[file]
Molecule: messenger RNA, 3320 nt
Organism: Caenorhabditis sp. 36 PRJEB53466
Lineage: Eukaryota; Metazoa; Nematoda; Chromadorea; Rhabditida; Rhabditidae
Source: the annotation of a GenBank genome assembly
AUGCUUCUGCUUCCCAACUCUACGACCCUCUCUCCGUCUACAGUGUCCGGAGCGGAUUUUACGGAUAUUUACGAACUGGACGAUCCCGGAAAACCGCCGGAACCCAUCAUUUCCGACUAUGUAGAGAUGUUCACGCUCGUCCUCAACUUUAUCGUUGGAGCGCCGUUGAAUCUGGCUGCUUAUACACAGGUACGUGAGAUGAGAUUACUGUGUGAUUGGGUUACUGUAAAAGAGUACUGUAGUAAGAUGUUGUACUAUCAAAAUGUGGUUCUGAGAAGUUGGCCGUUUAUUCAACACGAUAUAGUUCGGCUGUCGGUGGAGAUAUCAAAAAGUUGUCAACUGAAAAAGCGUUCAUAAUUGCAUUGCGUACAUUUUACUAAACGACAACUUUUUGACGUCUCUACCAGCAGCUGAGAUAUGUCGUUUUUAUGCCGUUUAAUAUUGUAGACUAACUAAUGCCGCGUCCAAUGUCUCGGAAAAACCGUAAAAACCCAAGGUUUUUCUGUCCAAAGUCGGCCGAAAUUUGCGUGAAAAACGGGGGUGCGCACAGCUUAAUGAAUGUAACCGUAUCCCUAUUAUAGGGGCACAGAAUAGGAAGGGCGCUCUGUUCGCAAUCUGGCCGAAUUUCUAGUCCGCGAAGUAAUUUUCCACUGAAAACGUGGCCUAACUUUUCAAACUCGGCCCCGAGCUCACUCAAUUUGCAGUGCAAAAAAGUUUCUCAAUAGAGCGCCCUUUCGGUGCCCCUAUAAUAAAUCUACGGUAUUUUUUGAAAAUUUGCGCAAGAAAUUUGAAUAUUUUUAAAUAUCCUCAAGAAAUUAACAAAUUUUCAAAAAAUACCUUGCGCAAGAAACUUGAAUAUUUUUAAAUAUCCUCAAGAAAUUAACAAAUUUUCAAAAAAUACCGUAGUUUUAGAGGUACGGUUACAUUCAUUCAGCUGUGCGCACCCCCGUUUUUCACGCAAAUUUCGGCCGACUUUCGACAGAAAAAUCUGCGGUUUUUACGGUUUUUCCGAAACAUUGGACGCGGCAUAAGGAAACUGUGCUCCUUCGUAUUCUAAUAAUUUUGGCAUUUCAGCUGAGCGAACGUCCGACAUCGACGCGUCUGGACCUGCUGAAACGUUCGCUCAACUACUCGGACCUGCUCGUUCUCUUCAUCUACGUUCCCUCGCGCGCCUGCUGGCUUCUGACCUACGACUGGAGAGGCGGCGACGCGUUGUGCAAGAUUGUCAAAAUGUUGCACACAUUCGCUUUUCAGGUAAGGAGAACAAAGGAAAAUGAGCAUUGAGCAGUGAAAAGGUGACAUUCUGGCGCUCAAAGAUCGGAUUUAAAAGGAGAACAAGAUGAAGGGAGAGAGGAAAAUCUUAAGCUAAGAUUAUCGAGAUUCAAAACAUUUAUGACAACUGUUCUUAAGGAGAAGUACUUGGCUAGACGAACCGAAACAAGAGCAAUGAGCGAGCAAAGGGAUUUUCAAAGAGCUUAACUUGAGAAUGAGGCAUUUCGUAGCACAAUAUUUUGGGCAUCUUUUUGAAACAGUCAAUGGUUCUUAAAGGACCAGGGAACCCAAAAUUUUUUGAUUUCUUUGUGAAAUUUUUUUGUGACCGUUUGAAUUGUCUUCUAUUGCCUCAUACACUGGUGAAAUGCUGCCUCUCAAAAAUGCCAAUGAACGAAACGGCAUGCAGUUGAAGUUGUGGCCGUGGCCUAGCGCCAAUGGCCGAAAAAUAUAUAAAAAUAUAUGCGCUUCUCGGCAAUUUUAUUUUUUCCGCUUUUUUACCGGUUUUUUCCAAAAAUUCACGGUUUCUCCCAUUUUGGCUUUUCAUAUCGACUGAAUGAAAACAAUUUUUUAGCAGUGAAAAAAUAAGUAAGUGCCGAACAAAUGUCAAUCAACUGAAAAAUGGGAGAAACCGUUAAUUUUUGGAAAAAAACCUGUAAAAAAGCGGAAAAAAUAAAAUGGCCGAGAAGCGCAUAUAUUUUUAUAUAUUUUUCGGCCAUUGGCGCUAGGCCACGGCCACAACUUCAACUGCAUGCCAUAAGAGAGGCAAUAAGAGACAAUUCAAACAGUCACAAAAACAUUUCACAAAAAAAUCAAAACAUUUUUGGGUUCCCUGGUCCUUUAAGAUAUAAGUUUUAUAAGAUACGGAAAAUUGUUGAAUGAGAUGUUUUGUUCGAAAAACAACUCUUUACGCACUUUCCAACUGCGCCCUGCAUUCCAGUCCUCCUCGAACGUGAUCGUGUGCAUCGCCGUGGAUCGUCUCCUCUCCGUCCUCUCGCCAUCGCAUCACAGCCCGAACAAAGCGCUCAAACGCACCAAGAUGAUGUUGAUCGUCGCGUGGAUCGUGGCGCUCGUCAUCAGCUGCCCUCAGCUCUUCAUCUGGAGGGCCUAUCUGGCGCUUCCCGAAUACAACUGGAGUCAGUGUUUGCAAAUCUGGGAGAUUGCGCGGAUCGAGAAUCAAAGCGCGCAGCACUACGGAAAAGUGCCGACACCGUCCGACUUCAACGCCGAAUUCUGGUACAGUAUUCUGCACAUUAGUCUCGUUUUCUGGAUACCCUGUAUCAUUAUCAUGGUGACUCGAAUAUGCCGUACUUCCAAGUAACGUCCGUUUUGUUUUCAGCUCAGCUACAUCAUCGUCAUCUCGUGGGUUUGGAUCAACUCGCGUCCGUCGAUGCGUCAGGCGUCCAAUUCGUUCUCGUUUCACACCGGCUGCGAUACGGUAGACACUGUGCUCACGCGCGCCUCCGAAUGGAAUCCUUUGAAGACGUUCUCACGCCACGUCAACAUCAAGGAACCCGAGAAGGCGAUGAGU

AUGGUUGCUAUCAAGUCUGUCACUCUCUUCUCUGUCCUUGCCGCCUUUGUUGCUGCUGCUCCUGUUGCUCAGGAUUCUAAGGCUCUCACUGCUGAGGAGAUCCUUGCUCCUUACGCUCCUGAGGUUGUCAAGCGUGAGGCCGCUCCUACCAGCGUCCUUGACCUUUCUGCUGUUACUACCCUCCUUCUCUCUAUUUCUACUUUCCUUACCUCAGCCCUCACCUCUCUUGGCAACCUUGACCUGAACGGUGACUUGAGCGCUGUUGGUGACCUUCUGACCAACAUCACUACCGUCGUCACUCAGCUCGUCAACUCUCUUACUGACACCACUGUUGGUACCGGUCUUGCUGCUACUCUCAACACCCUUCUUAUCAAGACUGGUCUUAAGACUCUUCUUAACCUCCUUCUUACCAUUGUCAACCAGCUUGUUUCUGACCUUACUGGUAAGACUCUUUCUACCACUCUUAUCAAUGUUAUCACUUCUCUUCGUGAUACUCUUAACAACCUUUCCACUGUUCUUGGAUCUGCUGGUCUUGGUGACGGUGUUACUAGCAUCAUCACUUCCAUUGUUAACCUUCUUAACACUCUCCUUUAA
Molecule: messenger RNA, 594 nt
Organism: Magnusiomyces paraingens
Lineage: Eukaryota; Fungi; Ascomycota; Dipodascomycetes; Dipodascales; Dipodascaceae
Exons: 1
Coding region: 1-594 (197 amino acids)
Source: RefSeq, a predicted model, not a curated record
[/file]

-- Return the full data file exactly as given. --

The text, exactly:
Molecule: messenger RNA, 3320 nt
Organism: Caenorhabditis sp. 36 PRJEB53466
Lineage: Eukaryota; Metazoa; Nematoda; Chromadorea; Rhabditida; Rhabditidae
Source: the annotation of a GenBank genome assembly
AUGCUUCUGCUUCCCAACUCUACGACCCUCUCUCCGUCUACAGUGUCCGGAGCGGAUUUUACGGAUAUUUACGAACUGGACGAUCCCGGAAAACCGCCGGAACCCAUCAUUUCCGACUAUGUAGAGAUGUUCACGCUCGUCCUCAACUUUAUCGUUGGAGCGCCGUUGAAUCUGGCUGCUUAUACACAGGUACGUGAGAUGAGAUUACUGUGUGAUUGGGUUACUGUAAAAGAGUACUGUAGUAAGAUGUUGUACUAUCAAAAUGUGGUUCUGAGAAGUUGGCCGUUUAUUCAACACGAUAUAGUUCGGCUGUCGGUGGAGAUAUCAAAAAGUUGUCAACUGAAAAAGCGUUCAUAAUUGCAUUGCGUACAUUUUACUAAACGACAACUUUUUGACGUCUCUACCAGCAGCUGAGAUAUGUCGUUUUUAUGCCGUUUAAUAUUGUAGACUAACUAAUGCCGCGUCCAAUGUCUCGGAAAAACCGUAAAAACCCAAGGUUUUUCUGUCCAAAGUCGGCCGAAAUUUGCGUGAAAAACGGGGGUGCGCACAGCUUAAUGAAUGUAACCGUAUCCCUAUUAUAGGGGCACAGAAUAGGAAGGGCGCUCUGUUCGCAAUCUGGCCGAAUUUCUAGUCCGCGAAGUAAUUUUCCACUGAAAACGUGGCCUAACUUUUCAAACUCGGCCCCGAGCUCACUCAAUUUGCAGUGCAAAAAAGUUUCUCAAUAGAGCGCCCUUUCGGUGCCCCUAUAAUAAAUCUACGGUAUUUUUUGAAAAUUUGCGCAAGAAAUUUGAAUAUUUUUAAAUAUCCUCAAGAAAUUAACAAAUUUUCAAAAAAUACCUUGCGCAAGAAACUUGAAUAUUUUUAAAUAUCCUCAAGAAAUUAACAAAUUUUCAAAAAAUACCGUAGUUUUAGAGGUACGGUUACAUUCAUUCAGCUGUGCGCACCCCCGUUUUUCACGCAAAUUUCGGCCGACUUUCGACAGAAAAAUCUGCGGUUUUUACGGUUUUUCCGAAACAUUGGACGCGGCAUAAGGAAACUGUGCUCCUUCGUAUUCUAAUAAUUUUGGCAUUUCAGCUGAGCGAACGUCCGACAUCGACGCGUCUGGACCUGCUGAAACGUUCGCUCAACUACUCGGACCUGCUCGUUCUCUUCAUCUACGUUCCCUCGCGCGCCUGCUGGCUUCUGACCUACGACUGGAGAGGCGGCGACGCGUUGUGCAAGAUUGUCAAAAUGUUGCACACAUUCGCUUUUCAGGUAAGGAGAACAAAGGAAAAUGAGCAUUGAGCAGUGAAAAGGUGACAUUCUGGCGCUCAAAGAUCGGAUUUAAAAGGAGAACAAGAUGAAGGGAGAGAGGAAAAUCUUAAGCUAAGAUUAUCGAGAUUCAAAACAUUUAUGACAACUGUUCUUAAGGAGAAGUACUUGGCUAGACGAACCGAAACAAGAGCAAUGAGCGAGCAAAGGGAUUUUCAAAGAGCUUAACUUGAGAAUGAGGCAUUUCGUAGCACAAUAUUUUGGGCAUCUUUUUGAAACAGUCAAUGGUUCUUAAAGGACCAGGGAACCCAAAAUUUUUUGAUUUCUUUGUGAAAUUUUUUUGUGACCGUUUGAAUUGUCUUCUAUUGCCUCAUACACUGGUGAAAUGCUGCCUCUCAAAAAUGCCAAUGAACGAAACGGCAUGCAGUUGAAGUUGUGGCCGUGGCCUAGCGCCAAUGGCCGAAAAAUAUAUAAAAAUAUAUGCGCUUCUCGGCAAUUUUAUUUUUUCCGCUUUUUUACCGGUUUUUUCCAAAAAUUCACGGUUUCUCCCAUUUUGGCUUUUCAUAUCGACUGAAUGAAAACAAUUUUUUAGCAGUGAAAAAAUAAGUAAGUGCCGAACAAAUGUCAAUCAACUGAAAAAUGGGAGAAACCGUUAAUUUUUGGAAAAAAACCUGUAAAAAAGCGGAAAAAAUAAAAUGGCCGAGAAGCGCAUAUAUUUUUAUAUAUUUUUCGGCCAUUGGCGCUAGGCCACGGCCACAACUUCAACUGCAUGCCAUAAGAGAGGCAAUAAGAGACAAUUCAAACAGUCACAAAAACAUUUCACAAAAAAAUCAAAACAUUUUUGGGUUCCCUGGUCCUUUAAGAUAUAAGUUUUAUAAGAUACGGAAAAUUGUUGAAUGAGAUGUUUUGUUCGAAAAACAACUCUUUACGCACUUUCCAACUGCGCCCUGCAUUCCAGUCCUCCUCGAACGUGAUCGUGUGCAUCGCCGUGGAUCGUCUCCUCUCCGUCCUCUCGCCAUCGCAUCACAGCCCGAACAAAGCGCUCAAACGCACCAAGAUGAUGUUGAUCGUCGCGUGGAUCGUGGCGCUCGUCAUCAGCUGCCCUCAGCUCUUCAUCUGGAGGGCCUAUCUGGCGCUUCCCGAAUACAACUGGAGUCAGUGUUUGCAAAUCUGGGAGAUUGCGCGGAUCGAGAAUCAAAGCGCGCAGCACUACGGAAAAGUGCCGACACCGUCCGACUUCAACGCCGAAUUCUGGUACAGUAUUCUGCACAUUAGUCUCGUUUUCUGGAUACCCUGUAUCAUUAUCAUGGUGACUCGAAUAUGCCGUACUUCCAAGUAACGUCCGUUUUGUUUUCAGCUCAGCUACAUCAUCGUCAUCUCGUGGGUUUGGAUCAACUCGCGUCCGUCGAUGCGUCAGGCGUCCAAUUCGUUCUCGUUUCACACCGGCUGCGAUACGGUAGACACUGUGCUCACGCGCGCCUCCGAAUGGAAUCCUUUGAAGACGUUCUCACGCCACGUCAACAUCAAGGAACCCGAGAAGGCGAUGAGU

AUGGUUGCUAUCAAGUCUGUCACUCUCUUCUCUGUCCUUGCCGCCUUUGUUGCUGCUGCUCCUGUUGCUCAGGAUUCUAAGGCUCUCACUGCUGAGGAGAUCCUUGCUCCUUACGCUCCUGAGGUUGUCAAGCGUGAGGCCGCUCCUACCAGCGUCCUUGACCUUUCUGCUGUUACUACCCUCCUUCUCUCUAUUUCUACUUUCCUUACCUCAGCCCUCACCUCUCUUGGCAACCUUGACCUGAACGGUGACUUGAGCGCUGUUGGUGACCUUCUGACCAACAUCACUACCGUCGUCACUCAGCUCGUCAACUCUCUUACUGACACCACUGUUGGUACCGGUCUUGCUGCUACUCUCAACACCCUUCUUAUCAAGACUGGUCUUAAGACUCUUCUUAACCUCCUUCUUACCAUUGUCAACCAGCUUGUUUCUGACCUUACUGGUAAGACUCUUUCUACCACUCUUAUCAAUGUUAUCACUUCUCUUCGUGAUACUCUUAACAACCUUUCCACUGUUCUUGGAUCUGCUGGUCUUGGUGACGGUGUUACUAGCAUCAUCACUUCCAUUGUUAACCUUCUUAACACUCUCCUUUAA
Molecule: messenger RNA, 594 nt
Organism: Magnusiomyces paraingens
Lineage: Eukaryota; Fungi; Ascomycota; Dipodascomycetes; Dipodascales; Dipodascaceae
Exons: 1
Coding region: 1-594 (197 amino acids)
Source: RefSeq, a predicted model, not a curated record